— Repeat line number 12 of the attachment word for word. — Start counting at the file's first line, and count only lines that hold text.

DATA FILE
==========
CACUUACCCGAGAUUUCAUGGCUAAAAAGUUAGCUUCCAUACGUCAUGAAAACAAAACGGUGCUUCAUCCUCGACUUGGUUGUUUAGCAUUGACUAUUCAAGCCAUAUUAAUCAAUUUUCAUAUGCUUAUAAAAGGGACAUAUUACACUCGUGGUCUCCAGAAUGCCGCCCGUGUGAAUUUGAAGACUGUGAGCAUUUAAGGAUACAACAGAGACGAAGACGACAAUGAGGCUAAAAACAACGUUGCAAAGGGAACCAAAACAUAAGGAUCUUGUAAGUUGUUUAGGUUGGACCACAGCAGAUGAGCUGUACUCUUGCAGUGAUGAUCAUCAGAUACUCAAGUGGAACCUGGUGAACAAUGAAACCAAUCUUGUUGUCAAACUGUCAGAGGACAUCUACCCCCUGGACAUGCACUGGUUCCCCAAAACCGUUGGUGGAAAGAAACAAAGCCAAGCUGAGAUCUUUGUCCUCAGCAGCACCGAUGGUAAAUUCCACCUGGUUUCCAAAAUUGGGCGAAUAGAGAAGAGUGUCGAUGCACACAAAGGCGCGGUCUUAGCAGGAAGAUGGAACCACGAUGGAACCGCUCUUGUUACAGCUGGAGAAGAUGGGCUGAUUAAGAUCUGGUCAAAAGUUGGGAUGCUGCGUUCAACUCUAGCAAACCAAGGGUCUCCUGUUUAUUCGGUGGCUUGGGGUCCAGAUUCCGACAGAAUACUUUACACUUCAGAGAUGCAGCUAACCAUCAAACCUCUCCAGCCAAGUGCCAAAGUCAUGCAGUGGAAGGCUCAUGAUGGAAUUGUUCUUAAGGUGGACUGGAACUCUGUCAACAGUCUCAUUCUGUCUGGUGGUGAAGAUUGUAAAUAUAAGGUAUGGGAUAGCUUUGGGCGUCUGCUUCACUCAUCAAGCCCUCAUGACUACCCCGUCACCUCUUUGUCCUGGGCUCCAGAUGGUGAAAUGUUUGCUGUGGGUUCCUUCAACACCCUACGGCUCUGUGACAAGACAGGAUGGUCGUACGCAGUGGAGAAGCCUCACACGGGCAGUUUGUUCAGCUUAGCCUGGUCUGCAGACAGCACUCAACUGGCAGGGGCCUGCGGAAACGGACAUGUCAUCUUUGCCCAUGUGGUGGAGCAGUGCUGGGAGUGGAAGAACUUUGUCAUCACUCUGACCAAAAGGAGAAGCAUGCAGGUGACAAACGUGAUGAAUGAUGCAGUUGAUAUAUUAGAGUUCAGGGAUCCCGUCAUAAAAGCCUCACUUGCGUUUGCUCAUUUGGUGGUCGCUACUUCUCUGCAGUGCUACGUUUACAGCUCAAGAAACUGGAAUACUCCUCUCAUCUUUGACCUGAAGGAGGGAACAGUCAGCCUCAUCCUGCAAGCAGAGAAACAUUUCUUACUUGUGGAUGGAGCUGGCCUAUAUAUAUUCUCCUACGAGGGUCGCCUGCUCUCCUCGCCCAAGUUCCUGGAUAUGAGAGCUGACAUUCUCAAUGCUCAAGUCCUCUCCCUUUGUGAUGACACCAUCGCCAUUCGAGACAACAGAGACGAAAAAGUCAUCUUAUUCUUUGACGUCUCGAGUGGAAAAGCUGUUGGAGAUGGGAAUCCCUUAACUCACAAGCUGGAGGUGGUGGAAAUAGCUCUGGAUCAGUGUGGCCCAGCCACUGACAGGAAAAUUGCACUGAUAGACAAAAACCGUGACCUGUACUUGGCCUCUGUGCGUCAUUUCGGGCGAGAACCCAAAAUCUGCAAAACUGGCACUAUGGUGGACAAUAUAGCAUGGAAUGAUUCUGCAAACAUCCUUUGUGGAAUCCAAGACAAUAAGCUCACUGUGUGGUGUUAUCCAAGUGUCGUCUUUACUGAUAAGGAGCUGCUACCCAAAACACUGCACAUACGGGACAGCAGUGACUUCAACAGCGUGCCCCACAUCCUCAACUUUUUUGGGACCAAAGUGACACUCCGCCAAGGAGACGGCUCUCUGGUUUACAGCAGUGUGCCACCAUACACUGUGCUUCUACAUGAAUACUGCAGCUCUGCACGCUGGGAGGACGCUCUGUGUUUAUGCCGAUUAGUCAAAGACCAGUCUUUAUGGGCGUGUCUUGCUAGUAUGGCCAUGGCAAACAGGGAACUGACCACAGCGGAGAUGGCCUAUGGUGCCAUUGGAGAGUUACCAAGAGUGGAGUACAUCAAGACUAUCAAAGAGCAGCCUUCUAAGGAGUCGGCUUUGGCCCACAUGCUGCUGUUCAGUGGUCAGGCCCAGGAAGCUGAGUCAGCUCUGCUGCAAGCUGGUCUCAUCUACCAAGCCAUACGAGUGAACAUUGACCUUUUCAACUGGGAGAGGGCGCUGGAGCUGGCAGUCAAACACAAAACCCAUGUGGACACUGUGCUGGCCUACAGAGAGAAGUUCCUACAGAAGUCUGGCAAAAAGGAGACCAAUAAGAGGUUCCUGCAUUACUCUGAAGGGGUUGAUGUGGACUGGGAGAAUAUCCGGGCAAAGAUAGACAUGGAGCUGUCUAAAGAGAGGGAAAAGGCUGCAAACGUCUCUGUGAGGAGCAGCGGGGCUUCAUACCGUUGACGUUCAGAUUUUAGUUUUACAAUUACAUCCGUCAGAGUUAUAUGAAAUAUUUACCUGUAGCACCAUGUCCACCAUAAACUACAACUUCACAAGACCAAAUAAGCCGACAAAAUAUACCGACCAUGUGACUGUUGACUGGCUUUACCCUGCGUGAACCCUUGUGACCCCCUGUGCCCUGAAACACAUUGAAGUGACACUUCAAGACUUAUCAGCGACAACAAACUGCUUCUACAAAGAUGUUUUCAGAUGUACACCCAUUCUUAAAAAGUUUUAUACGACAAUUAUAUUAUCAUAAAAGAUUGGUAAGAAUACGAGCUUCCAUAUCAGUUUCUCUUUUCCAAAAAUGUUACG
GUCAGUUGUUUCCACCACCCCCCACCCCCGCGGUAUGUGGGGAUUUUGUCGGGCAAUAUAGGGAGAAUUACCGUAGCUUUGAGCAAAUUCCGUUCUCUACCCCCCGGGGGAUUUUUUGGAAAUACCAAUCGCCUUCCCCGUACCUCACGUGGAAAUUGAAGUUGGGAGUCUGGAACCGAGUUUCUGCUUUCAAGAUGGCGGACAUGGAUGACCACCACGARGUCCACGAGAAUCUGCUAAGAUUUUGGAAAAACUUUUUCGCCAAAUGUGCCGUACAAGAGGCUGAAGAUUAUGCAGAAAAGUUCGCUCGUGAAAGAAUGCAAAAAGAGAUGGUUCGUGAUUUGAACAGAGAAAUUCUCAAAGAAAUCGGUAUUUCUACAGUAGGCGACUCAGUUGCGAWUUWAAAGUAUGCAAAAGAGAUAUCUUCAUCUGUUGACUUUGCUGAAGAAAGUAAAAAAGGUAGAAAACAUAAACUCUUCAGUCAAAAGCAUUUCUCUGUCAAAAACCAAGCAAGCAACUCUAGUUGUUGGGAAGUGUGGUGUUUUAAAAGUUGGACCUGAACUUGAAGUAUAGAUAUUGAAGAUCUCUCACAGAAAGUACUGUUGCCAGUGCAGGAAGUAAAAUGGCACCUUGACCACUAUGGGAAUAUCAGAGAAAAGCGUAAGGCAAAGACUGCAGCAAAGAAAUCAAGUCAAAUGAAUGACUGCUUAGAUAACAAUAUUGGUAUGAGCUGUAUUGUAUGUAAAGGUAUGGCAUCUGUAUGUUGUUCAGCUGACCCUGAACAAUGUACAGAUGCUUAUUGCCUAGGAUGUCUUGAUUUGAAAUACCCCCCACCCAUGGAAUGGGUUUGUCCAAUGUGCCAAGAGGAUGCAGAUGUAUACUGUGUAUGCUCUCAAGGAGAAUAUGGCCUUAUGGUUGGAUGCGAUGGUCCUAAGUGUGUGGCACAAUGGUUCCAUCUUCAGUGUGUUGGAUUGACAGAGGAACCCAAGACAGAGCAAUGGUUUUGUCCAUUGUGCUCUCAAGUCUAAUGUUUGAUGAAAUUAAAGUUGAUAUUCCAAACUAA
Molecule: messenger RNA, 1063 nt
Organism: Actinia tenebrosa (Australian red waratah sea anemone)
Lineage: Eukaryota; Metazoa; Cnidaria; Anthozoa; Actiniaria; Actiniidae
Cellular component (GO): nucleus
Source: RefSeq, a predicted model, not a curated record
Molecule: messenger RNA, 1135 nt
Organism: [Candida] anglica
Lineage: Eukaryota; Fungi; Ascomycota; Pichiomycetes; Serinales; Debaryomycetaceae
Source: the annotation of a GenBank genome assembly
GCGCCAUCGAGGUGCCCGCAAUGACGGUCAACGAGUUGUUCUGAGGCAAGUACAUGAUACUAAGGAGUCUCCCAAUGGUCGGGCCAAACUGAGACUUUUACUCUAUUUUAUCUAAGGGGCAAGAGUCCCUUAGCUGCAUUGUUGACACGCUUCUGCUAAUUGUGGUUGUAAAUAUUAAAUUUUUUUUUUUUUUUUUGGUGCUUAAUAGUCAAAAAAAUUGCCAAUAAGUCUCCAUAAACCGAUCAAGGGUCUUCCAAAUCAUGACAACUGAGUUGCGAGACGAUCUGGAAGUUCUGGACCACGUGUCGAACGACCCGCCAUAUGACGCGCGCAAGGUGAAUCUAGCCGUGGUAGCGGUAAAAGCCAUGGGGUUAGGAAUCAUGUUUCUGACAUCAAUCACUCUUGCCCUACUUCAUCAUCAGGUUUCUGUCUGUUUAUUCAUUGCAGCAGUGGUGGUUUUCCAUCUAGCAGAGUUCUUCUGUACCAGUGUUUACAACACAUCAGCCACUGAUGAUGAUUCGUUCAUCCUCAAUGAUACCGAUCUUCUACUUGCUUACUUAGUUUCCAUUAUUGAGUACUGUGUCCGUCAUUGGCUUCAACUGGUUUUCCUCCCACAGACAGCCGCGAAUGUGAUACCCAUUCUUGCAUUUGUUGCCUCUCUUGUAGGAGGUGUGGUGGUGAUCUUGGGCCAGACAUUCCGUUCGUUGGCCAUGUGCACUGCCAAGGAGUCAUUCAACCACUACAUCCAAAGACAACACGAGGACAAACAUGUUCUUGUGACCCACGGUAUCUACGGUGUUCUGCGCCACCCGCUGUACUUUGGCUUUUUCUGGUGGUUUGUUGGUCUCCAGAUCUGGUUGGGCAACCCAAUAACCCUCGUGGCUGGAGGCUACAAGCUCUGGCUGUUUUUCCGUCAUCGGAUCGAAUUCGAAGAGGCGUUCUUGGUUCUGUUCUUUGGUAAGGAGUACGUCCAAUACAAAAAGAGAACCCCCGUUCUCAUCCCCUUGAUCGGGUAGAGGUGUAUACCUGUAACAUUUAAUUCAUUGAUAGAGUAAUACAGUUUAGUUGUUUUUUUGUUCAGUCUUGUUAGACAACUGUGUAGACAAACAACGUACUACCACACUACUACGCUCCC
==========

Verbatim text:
GCGCCAUCGAGGUGCCCGCAAUGACGGUCAACGAGUUGUUCUGAGGCAAGUACAUGAUACUAAGGAGUCUCCCAAUGGUCGGGCCAAACUGAGACUUUUACUCUAUUUUAUCUAAGGGGCAAGAGUCCCUUAGCUGCAUUGUUGACACGCUUCUGCUAAUUGUGGUUGUAAAUAUUAAAUUUUUUUUUUUUUUUUUGGUGCUUAAUAGUCAAAAAAAUUGCCAAUAAGUCUCCAUAAACCGAUCAAGGGUCUUCCAAAUCAUGACAACUGAGUUGCGAGACGAUCUGGAAGUUCUGGACCACGUGUCGAACGACCCGCCAUAUGACGCGCGCAAGGUGAAUCUAGCCGUGGUAGCGGUAAAAGCCAUGGGGUUAGGAAUCAUGUUUCUGACAUCAAUCACUCUUGCCCUACUUCAUCAUCAGGUUUCUGUCUGUUUAUUCAUUGCAGCAGUGGUGGUUUUCCAUCUAGCAGAGUUCUUCUGUACCAGUGUUUACAACACAUCAGCCACUGAUGAUGAUUCGUUCAUCCUCAAUGAUACCGAUCUUCUACUUGCUUACUUAGUUUCCAUUAUUGAGUACUGUGUCCGUCAUUGGCUUCAACUGGUUUUCCUCCCACAGACAGCCGCGAAUGUGAUACCCAUUCUUGCAUUUGUUGCCUCUCUUGUAGGAGGUGUGGUGGUGAUCUUGGGCCAGACAUUCCGUUCGUUGGCCAUGUGCACUGCCAAGGAGUCAUUCAACCACUACAUCCAAAGACAACACGAGGACAAACAUGUUCUUGUGACCCACGGUAUCUACGGUGUUCUGCGCCACCCGCUGUACUUUGGCUUUUUCUGGUGGUUUGUUGGUCUCCAGAUCUGGUUGGGCAACCCAAUAACCCUCGUGGCUGGAGGCUACAAGCUCUGGCUGUUUUUCCGUCAUCGGAUCGAAUUCGAAGAGGCGUUCUUGGUUCUGUUCUUUGGUAAGGAGUACGUCCAAUACAAAAAGAGAACCCCCGUUCUCAUCCCCUUGAUCGGGUAGAGGUGUAUACCUGUAACAUUUAAUUCAUUGAUAGAGUAAUACAGUUUAGUUGUUUUUUUGUUCAGUCUUGUUAGACAACUGUGUAGACAAACAACGUACUACCACACUACUACGCUCCC